Hurricane Ida Recovery Efforts Complicated By COVID Fallout

Construction companies in New Louisiana are faced with the rising cost and shortage of materials needed in recovery efforts in New Orleans after Ida.

According to Joe Sobol, owner of Big Easy Construction in New Orleans, the job will cost a lot more than usual–and take much longer too.

Hurricane Ida raged into the Gulf Coast causing damage and destruction before moving on to the northeast at a time when building contractors were already struggling with a shortage of supplies and workers.

Long before Ida hit, the coronavirus had taken a huge toll on the construction industry as shortages caused by delays at every level from the manufacturing of supplies to delivery and a shortage of workers had already driven up the cost considerably.

The number of supplies needed for the major amount of damage left by Ida will likely drive costs up further, complicating planning and delaying construction for months.

“My expectation,” said Ali Wolf, chief economist at the real estate research firm Zonda, “is that it only gets worse from here.”

Lake Charles, Louisiana, some 200 miles west of New Orleans, still has not recovered from the damage left by Hurricane Laura a year ago.

The U.S. experienced a recession directly related to COVID-19 when the whole country went under lockdown in March 2020 bringing businesses of all kinds to a screeching halt.

As the economy started to rebound materials were suddenly in short supply. Businesses across the country have been diligently trying to get enough supplies, restock shelves and establish a workforce lost in the lockdown.

Construction companies had been particularly affected, long before Ida did her damage.

“Natural disasters do cause a strain on building materials, reconstruction materials and on labor,” Wolf said. “The difference today is that the entire supply chain has been battered even before Ida’s occurrence. You really have all these things hitting at the exact same time. Frankly, the last thing the supply chain needed was extra strain.”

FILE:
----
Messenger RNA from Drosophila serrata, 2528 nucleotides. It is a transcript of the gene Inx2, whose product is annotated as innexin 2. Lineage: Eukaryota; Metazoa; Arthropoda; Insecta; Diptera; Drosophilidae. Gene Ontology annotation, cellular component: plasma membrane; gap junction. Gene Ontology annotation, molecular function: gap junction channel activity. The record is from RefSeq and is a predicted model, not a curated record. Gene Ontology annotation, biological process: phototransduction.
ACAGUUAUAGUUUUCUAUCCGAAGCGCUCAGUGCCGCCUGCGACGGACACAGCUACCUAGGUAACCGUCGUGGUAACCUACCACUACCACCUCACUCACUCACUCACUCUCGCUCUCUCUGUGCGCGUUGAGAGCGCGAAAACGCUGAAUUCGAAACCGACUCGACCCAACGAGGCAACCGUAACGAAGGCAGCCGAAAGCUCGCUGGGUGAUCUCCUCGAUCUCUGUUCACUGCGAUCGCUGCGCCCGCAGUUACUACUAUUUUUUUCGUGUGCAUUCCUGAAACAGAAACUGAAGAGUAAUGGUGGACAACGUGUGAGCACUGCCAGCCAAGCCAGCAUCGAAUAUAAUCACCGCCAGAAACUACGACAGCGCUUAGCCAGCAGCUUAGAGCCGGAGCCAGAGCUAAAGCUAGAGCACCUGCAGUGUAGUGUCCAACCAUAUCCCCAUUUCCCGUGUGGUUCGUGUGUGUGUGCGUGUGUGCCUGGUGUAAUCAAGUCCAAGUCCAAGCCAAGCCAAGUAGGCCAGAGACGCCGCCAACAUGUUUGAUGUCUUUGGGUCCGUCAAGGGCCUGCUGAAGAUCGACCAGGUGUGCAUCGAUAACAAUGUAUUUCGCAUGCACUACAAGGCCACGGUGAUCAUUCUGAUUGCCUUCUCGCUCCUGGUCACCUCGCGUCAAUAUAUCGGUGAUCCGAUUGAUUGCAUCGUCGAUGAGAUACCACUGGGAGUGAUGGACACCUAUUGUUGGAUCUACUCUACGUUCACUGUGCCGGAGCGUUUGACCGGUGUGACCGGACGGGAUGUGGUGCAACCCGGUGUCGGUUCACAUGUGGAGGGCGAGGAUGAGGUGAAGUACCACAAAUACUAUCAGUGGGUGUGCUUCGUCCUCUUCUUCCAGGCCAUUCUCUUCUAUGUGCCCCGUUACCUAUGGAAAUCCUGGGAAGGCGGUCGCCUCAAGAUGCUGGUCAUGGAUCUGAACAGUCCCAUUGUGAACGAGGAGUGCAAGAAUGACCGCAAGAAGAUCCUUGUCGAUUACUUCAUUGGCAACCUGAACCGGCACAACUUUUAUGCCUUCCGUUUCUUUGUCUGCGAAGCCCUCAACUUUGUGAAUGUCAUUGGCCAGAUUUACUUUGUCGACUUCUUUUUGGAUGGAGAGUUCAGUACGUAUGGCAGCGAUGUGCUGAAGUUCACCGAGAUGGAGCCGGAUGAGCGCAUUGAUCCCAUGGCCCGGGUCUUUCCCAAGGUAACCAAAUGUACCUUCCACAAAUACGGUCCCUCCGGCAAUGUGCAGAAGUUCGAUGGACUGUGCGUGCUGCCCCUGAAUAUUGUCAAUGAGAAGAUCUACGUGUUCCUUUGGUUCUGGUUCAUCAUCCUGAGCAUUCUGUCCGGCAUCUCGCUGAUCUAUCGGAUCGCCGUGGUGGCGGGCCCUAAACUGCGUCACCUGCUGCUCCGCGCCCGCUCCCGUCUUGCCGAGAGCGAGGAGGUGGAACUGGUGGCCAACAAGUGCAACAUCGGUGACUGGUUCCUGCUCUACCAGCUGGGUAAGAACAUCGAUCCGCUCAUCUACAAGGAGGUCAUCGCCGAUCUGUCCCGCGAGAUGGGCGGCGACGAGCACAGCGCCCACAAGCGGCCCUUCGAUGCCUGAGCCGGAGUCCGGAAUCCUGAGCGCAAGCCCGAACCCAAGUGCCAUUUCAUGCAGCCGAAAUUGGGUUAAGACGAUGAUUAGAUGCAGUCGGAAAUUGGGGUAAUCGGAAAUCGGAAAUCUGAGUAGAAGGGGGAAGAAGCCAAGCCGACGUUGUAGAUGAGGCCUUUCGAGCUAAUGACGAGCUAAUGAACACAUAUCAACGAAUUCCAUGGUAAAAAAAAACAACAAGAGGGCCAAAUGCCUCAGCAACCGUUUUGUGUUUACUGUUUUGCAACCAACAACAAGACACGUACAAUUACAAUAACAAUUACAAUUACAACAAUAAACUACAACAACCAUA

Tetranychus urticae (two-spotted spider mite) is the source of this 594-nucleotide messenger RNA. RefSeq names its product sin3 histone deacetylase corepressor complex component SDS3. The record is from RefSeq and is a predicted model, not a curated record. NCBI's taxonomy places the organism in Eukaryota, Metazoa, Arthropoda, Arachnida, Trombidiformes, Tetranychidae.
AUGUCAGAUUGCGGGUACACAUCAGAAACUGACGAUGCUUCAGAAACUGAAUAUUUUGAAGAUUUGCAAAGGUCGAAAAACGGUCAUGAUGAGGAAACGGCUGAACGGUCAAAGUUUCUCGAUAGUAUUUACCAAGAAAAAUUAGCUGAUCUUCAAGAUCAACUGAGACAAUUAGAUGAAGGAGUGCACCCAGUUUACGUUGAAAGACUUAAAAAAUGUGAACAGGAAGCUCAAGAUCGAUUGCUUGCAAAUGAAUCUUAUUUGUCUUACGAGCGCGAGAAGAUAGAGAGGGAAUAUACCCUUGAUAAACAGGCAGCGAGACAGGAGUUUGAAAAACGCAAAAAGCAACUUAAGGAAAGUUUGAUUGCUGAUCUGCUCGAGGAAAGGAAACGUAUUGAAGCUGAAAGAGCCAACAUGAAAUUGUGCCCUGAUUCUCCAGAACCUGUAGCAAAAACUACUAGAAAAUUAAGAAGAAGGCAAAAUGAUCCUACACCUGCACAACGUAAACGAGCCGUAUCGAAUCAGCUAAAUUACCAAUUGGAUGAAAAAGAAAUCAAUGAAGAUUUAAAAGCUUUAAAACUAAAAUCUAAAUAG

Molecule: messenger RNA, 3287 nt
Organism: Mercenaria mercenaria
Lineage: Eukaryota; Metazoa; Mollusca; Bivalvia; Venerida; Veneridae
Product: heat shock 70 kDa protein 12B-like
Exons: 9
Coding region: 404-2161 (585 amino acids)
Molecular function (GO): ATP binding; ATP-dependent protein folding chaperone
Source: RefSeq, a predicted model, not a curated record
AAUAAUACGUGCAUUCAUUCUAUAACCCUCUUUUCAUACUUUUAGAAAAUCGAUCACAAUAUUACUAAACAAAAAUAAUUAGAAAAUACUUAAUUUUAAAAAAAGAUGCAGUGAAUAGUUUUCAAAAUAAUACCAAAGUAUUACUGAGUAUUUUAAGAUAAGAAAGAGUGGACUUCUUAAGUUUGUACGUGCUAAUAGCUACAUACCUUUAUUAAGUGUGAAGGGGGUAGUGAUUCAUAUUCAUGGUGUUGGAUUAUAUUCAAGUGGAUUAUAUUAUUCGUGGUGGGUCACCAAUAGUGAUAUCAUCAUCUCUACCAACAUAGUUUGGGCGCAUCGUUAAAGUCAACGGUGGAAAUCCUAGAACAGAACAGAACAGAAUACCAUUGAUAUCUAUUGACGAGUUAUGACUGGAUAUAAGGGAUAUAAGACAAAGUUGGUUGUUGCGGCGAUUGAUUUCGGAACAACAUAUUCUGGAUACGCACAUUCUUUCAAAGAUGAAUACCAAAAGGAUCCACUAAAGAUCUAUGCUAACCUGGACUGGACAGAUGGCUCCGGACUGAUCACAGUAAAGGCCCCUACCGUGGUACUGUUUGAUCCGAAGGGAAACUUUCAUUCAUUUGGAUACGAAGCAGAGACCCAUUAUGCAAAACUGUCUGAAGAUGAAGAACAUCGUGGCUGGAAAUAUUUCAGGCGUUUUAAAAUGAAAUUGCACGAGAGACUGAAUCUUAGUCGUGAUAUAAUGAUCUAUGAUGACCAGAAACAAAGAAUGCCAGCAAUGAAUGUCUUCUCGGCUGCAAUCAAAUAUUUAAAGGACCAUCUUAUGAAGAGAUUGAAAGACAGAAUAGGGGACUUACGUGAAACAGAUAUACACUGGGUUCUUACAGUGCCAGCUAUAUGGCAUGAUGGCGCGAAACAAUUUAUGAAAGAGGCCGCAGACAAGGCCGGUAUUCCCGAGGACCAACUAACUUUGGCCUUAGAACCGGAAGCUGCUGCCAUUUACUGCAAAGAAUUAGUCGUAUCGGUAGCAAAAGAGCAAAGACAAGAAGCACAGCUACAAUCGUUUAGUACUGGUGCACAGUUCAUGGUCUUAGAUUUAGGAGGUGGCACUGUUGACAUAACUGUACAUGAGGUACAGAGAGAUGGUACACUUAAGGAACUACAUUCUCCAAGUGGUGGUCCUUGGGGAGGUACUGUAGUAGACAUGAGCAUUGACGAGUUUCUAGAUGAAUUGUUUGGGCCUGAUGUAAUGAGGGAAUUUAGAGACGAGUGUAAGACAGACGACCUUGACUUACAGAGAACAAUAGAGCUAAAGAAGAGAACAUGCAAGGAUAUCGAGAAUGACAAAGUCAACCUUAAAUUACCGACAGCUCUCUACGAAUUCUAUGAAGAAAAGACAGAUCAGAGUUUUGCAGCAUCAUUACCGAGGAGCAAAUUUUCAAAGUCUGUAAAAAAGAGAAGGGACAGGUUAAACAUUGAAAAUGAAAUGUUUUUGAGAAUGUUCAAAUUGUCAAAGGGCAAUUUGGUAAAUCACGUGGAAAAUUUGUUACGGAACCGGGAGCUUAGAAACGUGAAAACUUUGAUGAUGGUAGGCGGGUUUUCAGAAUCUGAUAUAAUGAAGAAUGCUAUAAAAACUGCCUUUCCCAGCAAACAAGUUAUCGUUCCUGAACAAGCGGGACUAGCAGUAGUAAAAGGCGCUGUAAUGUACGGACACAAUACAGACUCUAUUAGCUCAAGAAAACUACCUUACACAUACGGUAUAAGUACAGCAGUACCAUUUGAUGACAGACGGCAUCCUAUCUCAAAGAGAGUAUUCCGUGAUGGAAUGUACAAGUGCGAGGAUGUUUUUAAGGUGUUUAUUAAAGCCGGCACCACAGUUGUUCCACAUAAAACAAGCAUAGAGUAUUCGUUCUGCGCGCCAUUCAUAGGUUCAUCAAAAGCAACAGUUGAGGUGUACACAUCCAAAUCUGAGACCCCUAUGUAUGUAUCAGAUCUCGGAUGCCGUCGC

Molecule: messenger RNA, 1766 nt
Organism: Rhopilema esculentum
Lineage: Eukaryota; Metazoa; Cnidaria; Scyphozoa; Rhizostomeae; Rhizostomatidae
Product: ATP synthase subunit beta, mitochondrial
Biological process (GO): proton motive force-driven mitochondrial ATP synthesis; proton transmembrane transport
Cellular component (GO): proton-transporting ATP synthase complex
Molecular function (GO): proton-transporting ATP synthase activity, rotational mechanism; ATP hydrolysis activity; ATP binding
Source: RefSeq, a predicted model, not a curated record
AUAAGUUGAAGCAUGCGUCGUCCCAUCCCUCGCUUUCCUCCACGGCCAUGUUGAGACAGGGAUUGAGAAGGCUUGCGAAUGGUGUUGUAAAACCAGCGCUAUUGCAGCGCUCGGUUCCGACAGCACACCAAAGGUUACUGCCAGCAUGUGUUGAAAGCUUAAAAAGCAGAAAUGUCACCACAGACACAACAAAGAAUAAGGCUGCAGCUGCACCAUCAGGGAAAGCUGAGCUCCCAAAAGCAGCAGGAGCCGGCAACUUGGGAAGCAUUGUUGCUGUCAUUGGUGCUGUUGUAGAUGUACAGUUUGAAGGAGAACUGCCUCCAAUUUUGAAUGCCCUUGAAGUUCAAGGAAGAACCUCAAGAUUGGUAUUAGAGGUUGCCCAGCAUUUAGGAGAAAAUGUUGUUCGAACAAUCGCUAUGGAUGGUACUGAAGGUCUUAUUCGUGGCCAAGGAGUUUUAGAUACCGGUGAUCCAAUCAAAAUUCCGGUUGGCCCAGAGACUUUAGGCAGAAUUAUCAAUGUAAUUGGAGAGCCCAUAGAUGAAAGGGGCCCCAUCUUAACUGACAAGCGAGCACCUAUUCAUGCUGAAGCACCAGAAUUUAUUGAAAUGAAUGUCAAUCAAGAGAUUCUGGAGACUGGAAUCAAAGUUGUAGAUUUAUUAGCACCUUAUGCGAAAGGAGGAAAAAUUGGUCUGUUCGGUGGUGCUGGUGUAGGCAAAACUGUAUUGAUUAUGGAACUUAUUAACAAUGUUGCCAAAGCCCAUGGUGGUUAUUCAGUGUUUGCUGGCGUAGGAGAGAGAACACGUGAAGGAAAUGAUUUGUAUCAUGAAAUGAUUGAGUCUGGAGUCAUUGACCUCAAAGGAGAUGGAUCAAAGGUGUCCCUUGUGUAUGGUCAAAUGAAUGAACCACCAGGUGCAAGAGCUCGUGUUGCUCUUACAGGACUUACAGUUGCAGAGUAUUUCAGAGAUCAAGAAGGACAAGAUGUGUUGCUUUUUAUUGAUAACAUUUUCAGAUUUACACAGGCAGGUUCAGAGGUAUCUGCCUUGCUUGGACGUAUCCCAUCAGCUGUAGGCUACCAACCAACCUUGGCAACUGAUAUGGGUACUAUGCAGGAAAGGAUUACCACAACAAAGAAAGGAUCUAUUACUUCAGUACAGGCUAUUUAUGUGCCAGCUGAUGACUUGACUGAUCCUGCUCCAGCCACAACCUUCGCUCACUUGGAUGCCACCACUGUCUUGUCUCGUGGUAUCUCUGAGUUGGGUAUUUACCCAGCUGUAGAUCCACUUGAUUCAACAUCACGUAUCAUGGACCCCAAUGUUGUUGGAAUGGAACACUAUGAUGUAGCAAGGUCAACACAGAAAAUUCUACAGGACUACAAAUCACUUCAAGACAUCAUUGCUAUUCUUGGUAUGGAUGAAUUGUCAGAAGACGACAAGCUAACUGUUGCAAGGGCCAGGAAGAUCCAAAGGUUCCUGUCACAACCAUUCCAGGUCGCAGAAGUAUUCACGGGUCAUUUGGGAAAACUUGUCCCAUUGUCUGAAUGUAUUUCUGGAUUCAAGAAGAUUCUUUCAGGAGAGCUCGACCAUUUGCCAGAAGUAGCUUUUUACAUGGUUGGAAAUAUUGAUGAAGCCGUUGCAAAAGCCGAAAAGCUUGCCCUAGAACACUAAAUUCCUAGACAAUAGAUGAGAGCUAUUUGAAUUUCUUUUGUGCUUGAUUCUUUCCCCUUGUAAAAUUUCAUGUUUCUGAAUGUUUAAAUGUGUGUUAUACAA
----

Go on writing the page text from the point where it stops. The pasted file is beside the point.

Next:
As a result, the cost of materials and supplies has been skyrocketing. Prices for windows, doors, roofing, and other building supplies increased 13% in the first six months of this year, by comparison, those prices would typically increase by a little more than 1% annually, according to the Labor Department data.

Steel mill products rose more than twofold in July from the previous year. Gypsum products, used for drywall, partitions, ceiling tiles, etc were up 22% from the previous year.

Henry D’Esposito, leader of construction research at the real estate services company JLL, said the most difficult challenge in rebuilding now delays in getting drywall, glass, steel, aluminum, and other materials.

“A lot of the materials that you would need for any project and especially something urgent — you’re not able to get on-site for weeks or months,” D’Esposito said.

“We’re having to jump through hoops,” said Robert Maddox, owner of Hahn Roofing in Boyce, Louisiana. “We’re having to pay more for labor. We’re having to pay more for supplies. We’re having to bring supplies in.”

The insurance companies covering the bill for many hurricane repairs can add to the burden, according to Maddox.

“I’ve spent more time fighting with insurance companies over prices than I did roofing houses,” he said.

Workers are also in short supply, such as framers, who build, install and maintain foundations as well as floors and door and window frames; carpenters; electricians; plumbers; and heating and air-conditioning specialists are all difficult to get.

“Workers–they have the power,” Wolf said. “They can go where they can make the most money. So if you need access to workers, you’re going to have to pony up.”

“if you don’t pay them,” he said, “someone else will.”

Complicating matters more, the power is still out in many places, gasoline is in short supply, and the Gulf Coast is sweltering.

Workers have nowhere to stay near the construction sites so they are commuting from an average 3 hours away.

“We’re losing half our time driving, Maddox said.

Maddox said it would be helpful if workers had a place to stay close by.

“These guys don’t mind cold showers,” he said.

“To get everything back like it was,” he said, “you’re talking…well, we’ll probably be working on this this same time next year.”

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